Visiting McFarland House & Tea Room, Niagara-On-The-Lake
A few weeks ago, after our visit to the Niagara Parks Butterfly Conservatory, we had the pleasure of visiting McFarland House and Tea Room, a historic gem located in the gorgeous town of Niagara-on-the-Lake.
As a lover of tea, I was excited to check out their beautiful tea service and to learn more about the Georgian style home, built in 1800 by John McFarland and his family.
We began our visit in the gorgeous, greenhouse style tea room, featuring floor to ceiling windows and a spectacular view of the park. We happened to visit on a rather rainy day, but even in the less-than-perfect weather, it was a lovely spot to sit.
We ordered the McFarland’s Famous Afternoon Tea (featuring finger sandwiches, homemade sweets, and some of the best scones I’ve ever tasted!) which my daughter, gramma, and I all enjoyed immensely. The food was fresh, delicious, and filling! We actually took a little bit home — but I won’t lie, I ate my last treat on the car ride home!
Such a lovely display!
For our tea choice, my daughter and I enjoyed the Cream Earl Grey — from their selection of nearly 40 varieties — while my gramma chose the McFarland House Mint, which is harvested just outside the entrance to the home. You can smell the mint as soon as you’re near!
My daughter had never seen sugar cubes before and was eager to add them to her mama’s cup!
After our tea, my daughter and I made our way back toward the entrance to begin our tour of the historical home.
McFarland House, built in 1800 by John McFarland and his family, was actually used as a hospital and headquarters to both British and American forces during the War of 1812, and is the oldest home owned by Niagara Parks. It’s also one of the only buildings in Niagara-on-the-Lake to survive the war.
Our guide was the museum’s curator who was incredibly knowledgeable about not only the home, but of the area’s history and the time periods that the house saw. During the tour I definitely had an “if walls could talk” thought floating through my head. The home even manage to survived the burning of Newark (what we now call Niagara-on-the-Lake), a tragedy which occurred in 1813 as the American forces retreated. This home saw some incredible things and it’s really a wonder that it’s still standing at all — and thankfully so!
The bricks used to build the home were actually made in kilns right on the properly. The back wing of the home, which has been renovated since, was added in 1875 to accommodate a new kitchen– as opposed to having their kitchen in an outbuilding — as well as additional living space and servants’ quarters.
Walking through the home was like hopping into a time machine — so many original pieces from the home and from the time period are showcased in the museum, including books, furniture, newspapers, ledgers, dishes, children’s toys, weapons, and more.
One of my favourite pieces in the museum was actually a bed in one of the upstairs bedrooms.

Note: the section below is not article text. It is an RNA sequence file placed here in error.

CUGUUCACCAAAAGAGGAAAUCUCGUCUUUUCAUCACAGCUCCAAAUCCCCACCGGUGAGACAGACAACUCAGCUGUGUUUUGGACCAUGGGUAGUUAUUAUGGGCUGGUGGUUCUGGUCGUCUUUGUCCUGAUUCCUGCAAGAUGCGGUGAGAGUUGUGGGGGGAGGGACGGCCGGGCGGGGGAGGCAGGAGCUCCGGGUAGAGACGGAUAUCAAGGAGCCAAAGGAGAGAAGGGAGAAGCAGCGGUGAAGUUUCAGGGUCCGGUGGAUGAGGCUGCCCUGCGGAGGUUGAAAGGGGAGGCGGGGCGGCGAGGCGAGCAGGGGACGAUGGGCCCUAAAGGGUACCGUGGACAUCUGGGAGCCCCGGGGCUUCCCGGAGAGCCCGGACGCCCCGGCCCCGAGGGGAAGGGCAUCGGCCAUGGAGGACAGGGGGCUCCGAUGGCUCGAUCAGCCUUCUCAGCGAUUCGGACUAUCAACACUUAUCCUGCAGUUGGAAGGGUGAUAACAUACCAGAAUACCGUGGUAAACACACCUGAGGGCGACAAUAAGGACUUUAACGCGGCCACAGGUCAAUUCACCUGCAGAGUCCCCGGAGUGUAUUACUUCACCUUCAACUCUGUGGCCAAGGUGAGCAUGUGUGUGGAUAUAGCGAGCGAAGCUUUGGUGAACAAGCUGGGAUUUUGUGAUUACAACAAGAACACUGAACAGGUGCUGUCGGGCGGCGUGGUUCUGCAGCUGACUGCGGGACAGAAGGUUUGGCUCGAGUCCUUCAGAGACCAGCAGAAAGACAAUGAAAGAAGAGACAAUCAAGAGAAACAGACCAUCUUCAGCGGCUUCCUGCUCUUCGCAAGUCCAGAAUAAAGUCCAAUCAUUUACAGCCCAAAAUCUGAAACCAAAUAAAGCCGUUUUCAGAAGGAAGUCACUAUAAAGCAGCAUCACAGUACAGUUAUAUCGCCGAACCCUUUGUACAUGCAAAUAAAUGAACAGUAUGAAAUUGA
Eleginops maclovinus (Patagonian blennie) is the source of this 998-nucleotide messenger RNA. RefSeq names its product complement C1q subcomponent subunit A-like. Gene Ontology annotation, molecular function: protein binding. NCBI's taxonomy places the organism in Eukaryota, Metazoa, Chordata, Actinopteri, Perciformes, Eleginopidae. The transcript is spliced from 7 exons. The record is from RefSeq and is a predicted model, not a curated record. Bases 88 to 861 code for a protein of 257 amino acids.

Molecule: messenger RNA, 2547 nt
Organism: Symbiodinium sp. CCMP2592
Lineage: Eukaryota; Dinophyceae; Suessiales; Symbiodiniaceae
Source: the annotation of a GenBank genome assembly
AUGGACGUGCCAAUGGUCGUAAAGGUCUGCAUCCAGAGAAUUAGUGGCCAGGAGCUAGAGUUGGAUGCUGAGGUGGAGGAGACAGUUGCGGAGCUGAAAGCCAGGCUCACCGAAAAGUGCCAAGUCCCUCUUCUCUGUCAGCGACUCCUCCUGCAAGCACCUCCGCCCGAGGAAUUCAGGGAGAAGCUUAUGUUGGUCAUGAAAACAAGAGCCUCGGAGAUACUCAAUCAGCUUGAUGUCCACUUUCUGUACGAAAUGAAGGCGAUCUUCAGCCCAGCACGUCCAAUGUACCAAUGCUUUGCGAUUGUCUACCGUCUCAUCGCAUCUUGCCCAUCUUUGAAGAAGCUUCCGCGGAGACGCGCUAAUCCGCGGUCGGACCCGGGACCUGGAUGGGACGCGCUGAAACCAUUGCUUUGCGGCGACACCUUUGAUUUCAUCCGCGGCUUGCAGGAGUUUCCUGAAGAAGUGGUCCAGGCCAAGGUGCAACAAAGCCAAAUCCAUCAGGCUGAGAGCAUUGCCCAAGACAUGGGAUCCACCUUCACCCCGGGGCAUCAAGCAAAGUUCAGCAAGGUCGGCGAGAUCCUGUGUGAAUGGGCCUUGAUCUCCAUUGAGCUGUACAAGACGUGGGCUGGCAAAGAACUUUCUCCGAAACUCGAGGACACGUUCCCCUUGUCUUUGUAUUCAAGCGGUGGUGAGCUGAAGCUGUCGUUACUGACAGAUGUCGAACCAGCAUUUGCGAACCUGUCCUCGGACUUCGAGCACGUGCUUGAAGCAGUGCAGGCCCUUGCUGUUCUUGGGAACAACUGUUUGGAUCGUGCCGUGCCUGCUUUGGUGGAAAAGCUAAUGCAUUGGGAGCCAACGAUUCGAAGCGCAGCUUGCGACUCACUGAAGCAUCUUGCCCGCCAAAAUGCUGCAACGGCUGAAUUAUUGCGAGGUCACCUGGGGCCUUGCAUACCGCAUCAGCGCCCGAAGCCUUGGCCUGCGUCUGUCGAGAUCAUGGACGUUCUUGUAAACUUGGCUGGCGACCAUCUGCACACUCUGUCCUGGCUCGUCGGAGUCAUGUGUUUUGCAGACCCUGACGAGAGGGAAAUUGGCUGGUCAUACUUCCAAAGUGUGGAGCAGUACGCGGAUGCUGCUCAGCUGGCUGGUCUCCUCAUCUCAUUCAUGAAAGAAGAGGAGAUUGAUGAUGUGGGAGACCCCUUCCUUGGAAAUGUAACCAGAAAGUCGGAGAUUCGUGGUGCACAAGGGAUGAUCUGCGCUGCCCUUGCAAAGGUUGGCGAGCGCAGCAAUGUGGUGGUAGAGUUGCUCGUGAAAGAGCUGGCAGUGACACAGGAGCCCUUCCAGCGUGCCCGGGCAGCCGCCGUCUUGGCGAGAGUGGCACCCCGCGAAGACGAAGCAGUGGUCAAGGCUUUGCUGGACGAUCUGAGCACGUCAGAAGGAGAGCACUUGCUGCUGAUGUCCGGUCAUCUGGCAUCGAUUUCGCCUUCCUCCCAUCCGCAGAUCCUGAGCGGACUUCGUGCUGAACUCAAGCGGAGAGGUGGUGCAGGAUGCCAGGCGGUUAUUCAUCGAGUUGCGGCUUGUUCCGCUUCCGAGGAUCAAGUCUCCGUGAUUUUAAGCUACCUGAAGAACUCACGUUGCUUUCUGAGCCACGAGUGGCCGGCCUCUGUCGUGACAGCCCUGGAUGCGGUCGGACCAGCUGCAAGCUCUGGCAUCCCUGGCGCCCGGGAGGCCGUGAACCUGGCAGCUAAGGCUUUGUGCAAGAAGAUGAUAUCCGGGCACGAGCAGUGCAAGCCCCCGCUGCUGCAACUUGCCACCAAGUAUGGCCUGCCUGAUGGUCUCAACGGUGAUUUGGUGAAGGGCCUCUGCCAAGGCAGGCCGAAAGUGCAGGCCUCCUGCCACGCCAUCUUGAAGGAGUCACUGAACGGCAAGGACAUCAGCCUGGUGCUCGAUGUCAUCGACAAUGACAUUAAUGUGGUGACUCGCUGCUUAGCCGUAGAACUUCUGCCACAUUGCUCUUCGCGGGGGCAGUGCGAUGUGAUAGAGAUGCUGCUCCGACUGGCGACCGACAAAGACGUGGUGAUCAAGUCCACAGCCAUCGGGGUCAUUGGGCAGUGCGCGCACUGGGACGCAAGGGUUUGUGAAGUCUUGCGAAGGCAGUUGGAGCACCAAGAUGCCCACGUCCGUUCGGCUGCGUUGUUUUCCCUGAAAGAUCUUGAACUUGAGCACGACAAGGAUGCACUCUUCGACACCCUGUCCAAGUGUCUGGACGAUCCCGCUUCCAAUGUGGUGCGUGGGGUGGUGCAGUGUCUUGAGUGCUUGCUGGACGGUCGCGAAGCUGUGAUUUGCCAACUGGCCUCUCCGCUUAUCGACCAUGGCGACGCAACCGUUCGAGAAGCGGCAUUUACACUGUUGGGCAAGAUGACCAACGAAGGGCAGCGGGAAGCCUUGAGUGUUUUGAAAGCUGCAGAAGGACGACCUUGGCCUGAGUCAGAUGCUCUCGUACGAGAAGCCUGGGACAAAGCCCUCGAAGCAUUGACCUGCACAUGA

The ropes which would have originally held the mattress in place are thought to have played a part in the etymology of the phrase “sleep tight”. Those ropes would have to be pulled tight to provide support. I love little titbits like this.
John McFarland, a Master Shipwright and project manager with the British Navy, had nine children — four with his first wife, and five with the second. Our guide also explained and pointed out all of the hints which prove to us that the McFarland family must have been rather wealthy for their time. The height of the ceilings on both floors, a lock on the front door, and the number of bedrooms all point toward a family who spared no expense. I was intrigued to find out that addition of closets in the master bedroom was a indication of wealth, as closets were actually considered extra rooms, and so the home would have paid higher taxes.
After touring the home, we explored the property a little — Gretchen loves swings so she was more than happy to swing away, despite the rain.
The property also features beautifully maintained gardens — this one is just across from where the tasty mint was growing!
As soon as we left McFarland House and Tea Room I was already mentally planning a second trip there for myself and my partner. The tea service was beautifully done and I can’t wait to come back.
If you’re planning a trip to the Niagara region in the future, I would highly recommend planning a visit. Call ahead to book a reservation for the tea room — times and dates change seasonally, with special holiday programming throughout the winter months.
December 6th to 8th: A McFarland Christmas
Enjoy a lush Victorian Christmas with period decorations at the historic McFarland House in partnership with the Garden Club of Niagara and the Rotary Club of Niagara-on-the-Lake.
December 14th & 15th: McFarland House, December 1813
Reservations are a must for this afternoon tea combined with the dramatic events of December 1813, marking the 200th anniversary of McFarland’s role in the War of 1812.
Be sure to enjoy your tour and ask lots of questions of the knowledgeable staff. They really seemed to love the building and were a pleasure to meet!
- $5.00 for adults
- $3.75 for children ages 6-12
- Children under the age of 5 are FREE at all Niagara Parks attractions
- Parking is also free at McFarland House
Want to explore more historical sites in the area? You can actually purchase a Niagara Heritage Trail Pass for just $20.12 (savings of over 35%) which gives you access to Old Fort Erie, McFarland House, Mackenzie Printery, and the Laura Secord Homestead.
PS. You can also read about our visit to the Butterfly Conservatory — another wonderful attraction in the area!
Disclosure: I was invited to visit McFarland House and Tea Room by the Niagara Parks Comission. As always, all thoughts and opinions are my own.